Current News

El Paso County GOP factions grapple over leadership

By Leslie Jorgensen
THE COLORADO STATESMAN

COLORADO SPRINGS — In the wake of an election that delivered weakened Republican vote totals and handed a third legislative seat to the Democrats, this GOP bastion has gone to war over the chairmanship of El Paso County’s Republican Party.

GOP seeks new players from legislative 'farm teams'

By Jason Kosena
THE COLORADO STATESMAN

After a series of bruising election cycles, Republicans nationwide need to find new talent in order to create a new generation of strong leaders.

That talent — and tomorrow’s leaders — probably will come from state legislatures and other grassroots offices.

Suthers to seek re-election

AG scraps Senate plans

By Leslie Jorgensen
THE COLORADO STATESMAN

COLORADO SPRINGS — “I love my job!” Colorado Attorney General John Suthers told a group of about 50 fans gathered at an El Paso County Republican Meet-up Group at the Valley Hi Golf Club’s Caddy Shack restaurant on Thursday, Jan. 22, three days before he would announce his decision to stay in Colorado.

Spirit of Obama electrifies King Marade

By Elizabeth Stortroen
THE COLORADO STATESMAN

Dr. Martin Luther King Jr. had a dream that took a giant leap toward realization in November, when America’s first black president-elect, Barack Obama, stood up and said, “Yes we can.”

Salazar takes reins at Interior at tumultuous time

By Janet Simons
THE COLORADO STATESMAN

On Inauguration Day, Ken Salazar became the 50th U.S. secretary of the Department of the Interior and the sixth Coloradan to serve in the post.

Until now, Colorado has been tied with Ohio and Illinois, each of which contributed five Interior secretaries to the United States.

With Salazar — who is the first Interior secretary born in Colorado — the Centennial State becomes the champion state for providing Interior secretaries.

Springs Council rethinks TABOR repeal

By Leslie Jorgensen
THE COLORADO STATESMAN

COLORADO SPRINGS — Standing in blowing snow outside Colorado Springs City Hall, anti-tax crusaders were steaming mad that City Council members were contemplating a repeal of TABOR, the Taxpayers Bill of Rights authored by former Rep. Doug Bruce.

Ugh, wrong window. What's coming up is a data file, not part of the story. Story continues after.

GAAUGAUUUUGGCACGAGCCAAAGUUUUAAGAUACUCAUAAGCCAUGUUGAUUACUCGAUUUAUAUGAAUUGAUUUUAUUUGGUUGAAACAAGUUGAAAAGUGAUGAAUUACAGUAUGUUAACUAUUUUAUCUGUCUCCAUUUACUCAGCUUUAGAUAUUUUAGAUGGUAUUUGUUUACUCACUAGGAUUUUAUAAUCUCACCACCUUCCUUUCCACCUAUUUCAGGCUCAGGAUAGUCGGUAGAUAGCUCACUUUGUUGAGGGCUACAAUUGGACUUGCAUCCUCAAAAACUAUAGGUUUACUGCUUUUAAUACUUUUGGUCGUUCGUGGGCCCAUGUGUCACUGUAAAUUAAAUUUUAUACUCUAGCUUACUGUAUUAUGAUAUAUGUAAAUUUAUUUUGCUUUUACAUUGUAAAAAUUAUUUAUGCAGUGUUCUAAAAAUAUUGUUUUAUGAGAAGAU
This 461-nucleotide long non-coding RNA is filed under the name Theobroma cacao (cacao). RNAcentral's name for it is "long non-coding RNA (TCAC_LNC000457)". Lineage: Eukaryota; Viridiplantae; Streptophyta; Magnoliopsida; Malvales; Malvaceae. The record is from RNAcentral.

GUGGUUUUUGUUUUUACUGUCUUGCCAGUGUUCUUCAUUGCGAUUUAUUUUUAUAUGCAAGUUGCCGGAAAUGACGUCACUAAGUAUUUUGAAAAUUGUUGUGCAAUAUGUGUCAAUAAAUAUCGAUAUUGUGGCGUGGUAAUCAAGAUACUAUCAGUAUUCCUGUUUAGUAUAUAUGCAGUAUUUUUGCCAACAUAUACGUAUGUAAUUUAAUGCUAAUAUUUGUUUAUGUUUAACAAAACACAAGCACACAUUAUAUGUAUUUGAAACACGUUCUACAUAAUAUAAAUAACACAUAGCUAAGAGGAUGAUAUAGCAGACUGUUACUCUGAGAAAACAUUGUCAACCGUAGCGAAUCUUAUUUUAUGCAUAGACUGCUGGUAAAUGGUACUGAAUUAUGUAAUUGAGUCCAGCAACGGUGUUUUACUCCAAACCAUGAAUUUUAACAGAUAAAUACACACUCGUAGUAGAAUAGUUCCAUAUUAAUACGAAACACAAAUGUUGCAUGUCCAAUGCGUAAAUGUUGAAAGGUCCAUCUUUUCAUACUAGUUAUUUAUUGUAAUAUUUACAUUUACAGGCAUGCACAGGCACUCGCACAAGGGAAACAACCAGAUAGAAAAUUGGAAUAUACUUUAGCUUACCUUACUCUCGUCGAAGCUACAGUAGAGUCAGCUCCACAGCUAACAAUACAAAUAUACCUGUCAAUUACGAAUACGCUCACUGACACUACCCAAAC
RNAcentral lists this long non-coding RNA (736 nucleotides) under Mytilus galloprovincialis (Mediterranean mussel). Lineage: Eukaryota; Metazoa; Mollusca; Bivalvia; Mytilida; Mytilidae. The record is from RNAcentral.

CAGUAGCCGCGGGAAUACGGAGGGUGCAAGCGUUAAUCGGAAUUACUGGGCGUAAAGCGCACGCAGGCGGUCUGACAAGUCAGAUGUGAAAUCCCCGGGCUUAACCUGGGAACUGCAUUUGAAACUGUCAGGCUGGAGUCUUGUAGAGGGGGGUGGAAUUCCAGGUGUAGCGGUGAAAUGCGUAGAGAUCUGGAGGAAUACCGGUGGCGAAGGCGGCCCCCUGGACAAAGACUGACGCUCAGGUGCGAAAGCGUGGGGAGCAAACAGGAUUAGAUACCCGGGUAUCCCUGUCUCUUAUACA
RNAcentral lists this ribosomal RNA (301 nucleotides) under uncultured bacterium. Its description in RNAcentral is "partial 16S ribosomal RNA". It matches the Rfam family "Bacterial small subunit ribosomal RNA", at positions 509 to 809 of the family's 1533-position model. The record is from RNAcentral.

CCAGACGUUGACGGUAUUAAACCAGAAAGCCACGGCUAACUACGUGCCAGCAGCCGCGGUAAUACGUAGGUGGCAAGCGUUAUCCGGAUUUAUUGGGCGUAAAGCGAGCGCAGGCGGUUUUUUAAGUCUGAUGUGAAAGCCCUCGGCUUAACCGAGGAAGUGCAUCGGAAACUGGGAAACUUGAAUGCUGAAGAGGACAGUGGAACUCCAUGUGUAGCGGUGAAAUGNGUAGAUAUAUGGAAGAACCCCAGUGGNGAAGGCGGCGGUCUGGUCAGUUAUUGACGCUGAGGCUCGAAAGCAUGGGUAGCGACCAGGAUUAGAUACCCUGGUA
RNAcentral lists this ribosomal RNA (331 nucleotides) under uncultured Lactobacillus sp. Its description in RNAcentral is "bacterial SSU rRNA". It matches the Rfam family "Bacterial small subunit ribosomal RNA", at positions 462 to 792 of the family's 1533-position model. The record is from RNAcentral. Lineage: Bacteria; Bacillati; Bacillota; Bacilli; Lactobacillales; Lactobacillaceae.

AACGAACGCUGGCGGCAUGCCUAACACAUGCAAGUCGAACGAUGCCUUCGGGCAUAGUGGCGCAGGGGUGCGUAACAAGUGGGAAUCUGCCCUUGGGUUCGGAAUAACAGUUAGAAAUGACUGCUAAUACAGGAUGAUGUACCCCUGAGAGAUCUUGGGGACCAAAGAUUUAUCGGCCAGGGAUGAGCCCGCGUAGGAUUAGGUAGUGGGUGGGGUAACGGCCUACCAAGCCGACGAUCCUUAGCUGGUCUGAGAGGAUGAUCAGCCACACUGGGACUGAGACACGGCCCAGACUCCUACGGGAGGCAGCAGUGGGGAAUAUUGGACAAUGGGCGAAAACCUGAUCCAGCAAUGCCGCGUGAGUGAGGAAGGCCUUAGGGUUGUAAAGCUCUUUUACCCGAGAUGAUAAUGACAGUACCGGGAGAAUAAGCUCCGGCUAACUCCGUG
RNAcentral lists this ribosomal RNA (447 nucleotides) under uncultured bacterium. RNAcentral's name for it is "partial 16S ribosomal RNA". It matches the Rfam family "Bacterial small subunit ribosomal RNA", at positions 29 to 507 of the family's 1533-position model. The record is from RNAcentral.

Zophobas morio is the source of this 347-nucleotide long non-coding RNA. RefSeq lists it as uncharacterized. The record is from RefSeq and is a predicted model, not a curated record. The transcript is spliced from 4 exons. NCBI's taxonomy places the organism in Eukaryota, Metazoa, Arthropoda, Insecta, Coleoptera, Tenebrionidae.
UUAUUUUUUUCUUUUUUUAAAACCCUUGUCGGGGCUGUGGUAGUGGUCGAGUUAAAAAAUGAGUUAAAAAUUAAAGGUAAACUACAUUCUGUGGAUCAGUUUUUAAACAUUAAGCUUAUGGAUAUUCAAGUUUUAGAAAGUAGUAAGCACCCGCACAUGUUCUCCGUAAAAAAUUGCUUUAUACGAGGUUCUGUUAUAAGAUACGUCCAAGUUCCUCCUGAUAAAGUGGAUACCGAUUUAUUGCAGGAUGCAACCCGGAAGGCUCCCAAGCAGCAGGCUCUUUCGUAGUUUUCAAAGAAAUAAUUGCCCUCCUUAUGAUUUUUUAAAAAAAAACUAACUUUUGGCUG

Inside, Council members’ rigid support for TABOR repeal was melting away.

Buescher sworn in as secretary of state

By Jason Kosena
THE COLORADO STATESMAN

For the first time since 1963, a Democrat is serving as Colorado’s secretary of state.

Former Grand Junction Democratic state representative and businessman Bernie Buescher ascended to the office Wednesday, Jan. 14, after breezing through Senate confirmation hearings.

Bennet woos, wins most in Grand Junction

By Ellen Miller
COLORADO STATESMAN WEST SLOPE CORRESPONDENT

GRAND JUNCTION — Senate-designee Michael Bennet impressed Western Slope residents by “being smart and being open” during his stops in the region, towed along by Gov. Bill Ritter, as he prepared to take his seat in the U.S. Senate when Ken Salazar is confirmed as Interior secretary.

Bennet started out telling a standing-room-only crowd of about 200 at Mesa State College that when Ritter first interviewed him, “I told him, ‘If you don’t pick me for the job, nobody will complain.’”

Relatively unknown Bennet tapped to replace Salazar

Prospect of 2010 Senate race against Bennet has GOP salivating

By Jason Kosena
THE COLORADO STATESMAN

It seemed to come out of nowhere.

The appointment of Denver Public School superintendent Michael Bennet — a political outsider — shocked the most connected Democrats and nearly every Republican in Colorado. Bennet will fill out the remainder of Sen. Ken Salazar’s term while his one-time boss, Denver Mayor John Hickenlooper, stays home.

All eyes are on Markey’s congressional debut

By Jason Kosena
THE COLORADO STATESMAN

Betsy Markey has no time to waste.

Within hours of her unexpected win in the 4th Congressional District, Colorado politicos were speculating about possible Republican challengers to unseat her in 2010. The Democrat — who had never been elected to any office before she beat three-term Republican incumbent Rep. Marilyn Musgrave by a resounding margin in November — looks vulnerable to a list of possible challengers that has grown steadily since Election Day.